Starring-Mink Stole, Liz Renay
Scott’s Review #534
Reviewed December 4, 2016
Desperate Living will certainly not be everyone’s cup of tea. It is a raunchy, late-night comedy, similarly to other John Waters-directed cult-classics. This one, however, suffers from the absence of Waters staple, Divine, who did not appear due to scheduling conflicts. For this glaring omission, Desperate Living is not the greatest of the Waters films, but it is a fun experience all the same.
The film has choruses of political satire, specifically fascism, and overthrowing the government.
Mink Stole (Peggy Gravel) takes on the lead role as a crazed, mentally unhinged, neurotic woman on the lam with her maid, Grizelda, after they accidentally cause the death of Peggy’s husband. Peggy has been in and out of mental hospitals and is clearly off her rocker as she yells at neighbors about communism.
After an encounter with a lewd police officer, the duo is banished to Mortville, a town filled with outcasts and social deviants. They align with others in the town to overthrown the tyrannical Queen Carlotta, played by Waters fixture Edith Massey. Carlotta plots to spread rabies throughout the community and are at war with her daughter, Princess Coo Coo.
The issue with Desperate Living really is the absence of Divine, originally set to play Mole McHenry, a self-loathing female wrestler, determined to receive a sex change operation. One imagines the Divine in this important role, which was played by Susan Lowe, a capable star, but no Divine. With Divine in the part, the hilarious possibilities are endless. Mink Stole carries the movie well, but traditionally being a supporting player in Waters films, is not quite the star the film needs to be a true success.
This is not to say that the film is a dud- it is entertaining and will please most Waters fans. It contains gross-out moments and vulgarity from the very first scene- as the opening credits roll, we see a roasted rat, daintily displayed on good china, on an eloquent dinner table, presumably to be served.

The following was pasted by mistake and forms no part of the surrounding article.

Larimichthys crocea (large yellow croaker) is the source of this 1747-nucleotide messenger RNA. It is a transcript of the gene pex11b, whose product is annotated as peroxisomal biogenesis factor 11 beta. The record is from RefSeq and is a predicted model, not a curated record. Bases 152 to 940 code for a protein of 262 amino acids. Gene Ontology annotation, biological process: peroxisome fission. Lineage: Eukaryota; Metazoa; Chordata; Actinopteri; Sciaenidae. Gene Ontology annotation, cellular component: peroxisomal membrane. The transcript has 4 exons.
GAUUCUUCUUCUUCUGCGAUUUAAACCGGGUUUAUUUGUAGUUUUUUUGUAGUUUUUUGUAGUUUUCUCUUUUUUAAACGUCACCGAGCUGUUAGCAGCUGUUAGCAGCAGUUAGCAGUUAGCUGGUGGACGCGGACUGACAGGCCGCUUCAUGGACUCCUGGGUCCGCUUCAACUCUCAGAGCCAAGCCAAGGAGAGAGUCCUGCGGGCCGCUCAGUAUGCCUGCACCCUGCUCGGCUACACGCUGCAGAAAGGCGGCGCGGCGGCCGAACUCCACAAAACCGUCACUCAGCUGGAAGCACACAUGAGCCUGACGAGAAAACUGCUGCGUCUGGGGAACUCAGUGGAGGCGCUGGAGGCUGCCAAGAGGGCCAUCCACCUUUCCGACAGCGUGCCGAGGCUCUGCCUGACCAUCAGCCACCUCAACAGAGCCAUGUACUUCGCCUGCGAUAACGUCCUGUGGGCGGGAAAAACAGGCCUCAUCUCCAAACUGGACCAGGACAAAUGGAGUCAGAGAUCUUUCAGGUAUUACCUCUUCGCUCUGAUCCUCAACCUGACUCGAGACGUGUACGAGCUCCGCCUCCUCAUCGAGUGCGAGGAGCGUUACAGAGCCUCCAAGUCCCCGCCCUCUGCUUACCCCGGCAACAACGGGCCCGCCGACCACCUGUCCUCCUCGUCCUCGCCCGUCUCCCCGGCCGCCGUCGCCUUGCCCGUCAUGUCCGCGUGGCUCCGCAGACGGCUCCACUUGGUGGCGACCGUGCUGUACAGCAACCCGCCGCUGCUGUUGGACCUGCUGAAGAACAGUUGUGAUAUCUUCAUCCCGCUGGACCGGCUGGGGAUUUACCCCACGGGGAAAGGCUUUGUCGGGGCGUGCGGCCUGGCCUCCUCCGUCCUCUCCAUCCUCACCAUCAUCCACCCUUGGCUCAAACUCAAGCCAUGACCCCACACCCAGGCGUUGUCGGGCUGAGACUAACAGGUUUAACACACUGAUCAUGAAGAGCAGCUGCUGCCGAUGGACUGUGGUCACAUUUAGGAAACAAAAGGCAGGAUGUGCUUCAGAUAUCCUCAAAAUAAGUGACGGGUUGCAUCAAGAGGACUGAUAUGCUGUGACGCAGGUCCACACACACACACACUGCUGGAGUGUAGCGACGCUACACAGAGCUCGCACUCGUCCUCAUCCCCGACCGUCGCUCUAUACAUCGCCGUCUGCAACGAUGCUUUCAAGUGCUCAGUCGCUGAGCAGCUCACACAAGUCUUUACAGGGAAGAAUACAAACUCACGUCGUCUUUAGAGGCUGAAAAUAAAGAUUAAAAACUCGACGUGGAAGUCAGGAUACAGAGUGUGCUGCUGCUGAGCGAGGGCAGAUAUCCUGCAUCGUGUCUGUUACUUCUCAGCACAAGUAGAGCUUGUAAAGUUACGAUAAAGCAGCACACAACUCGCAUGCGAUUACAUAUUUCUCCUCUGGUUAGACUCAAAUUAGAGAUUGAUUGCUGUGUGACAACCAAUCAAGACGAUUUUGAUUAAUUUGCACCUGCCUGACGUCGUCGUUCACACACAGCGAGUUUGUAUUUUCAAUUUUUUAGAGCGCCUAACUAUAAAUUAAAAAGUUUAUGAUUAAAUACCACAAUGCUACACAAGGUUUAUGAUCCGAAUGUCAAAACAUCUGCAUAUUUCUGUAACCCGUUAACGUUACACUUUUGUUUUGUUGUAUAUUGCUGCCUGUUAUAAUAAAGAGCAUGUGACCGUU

Later, Carlotta meets her fate by being roasted, pig style, on a spit with an apple in her mouth. Another character is executed by being shot in the anus. The offensive moments never end!
There also exists a quite controversial scene that I am surprised made the final cut. Peggy, already in a frazzled state due to a neighbor-boy accidentally shooting out her bedroom window, is shocked to find another boy playing “doctor” with a little girl in her downstairs basement. Both children are completely naked, leaving not much to the imagination. This scene is tough to watch as one wonders what the child actors thought of all of this. I have never viewed another scene quite like this in film.
Otherwise, Desperate Living is filled with cartoon-like characters, lots of sexually deviant leather men, grizzled men with facial hair, and other odd-looking characters, making up the community of Mortville. Water’s set creations for the exterior scenes of the town are great- using mainly cardboard and rubbish he found throughout Baltimore where the film was shot, the sets show a bleak yet colorful underworld.
Desperate Living is a raunchy good time with over-the-top acting, trash-filled moments, and laugh-out-loud fun. The lack of any Divine makes it not the first offering to watch from the Waters collection. Pink Flamingos and Female Trouble would take that honor.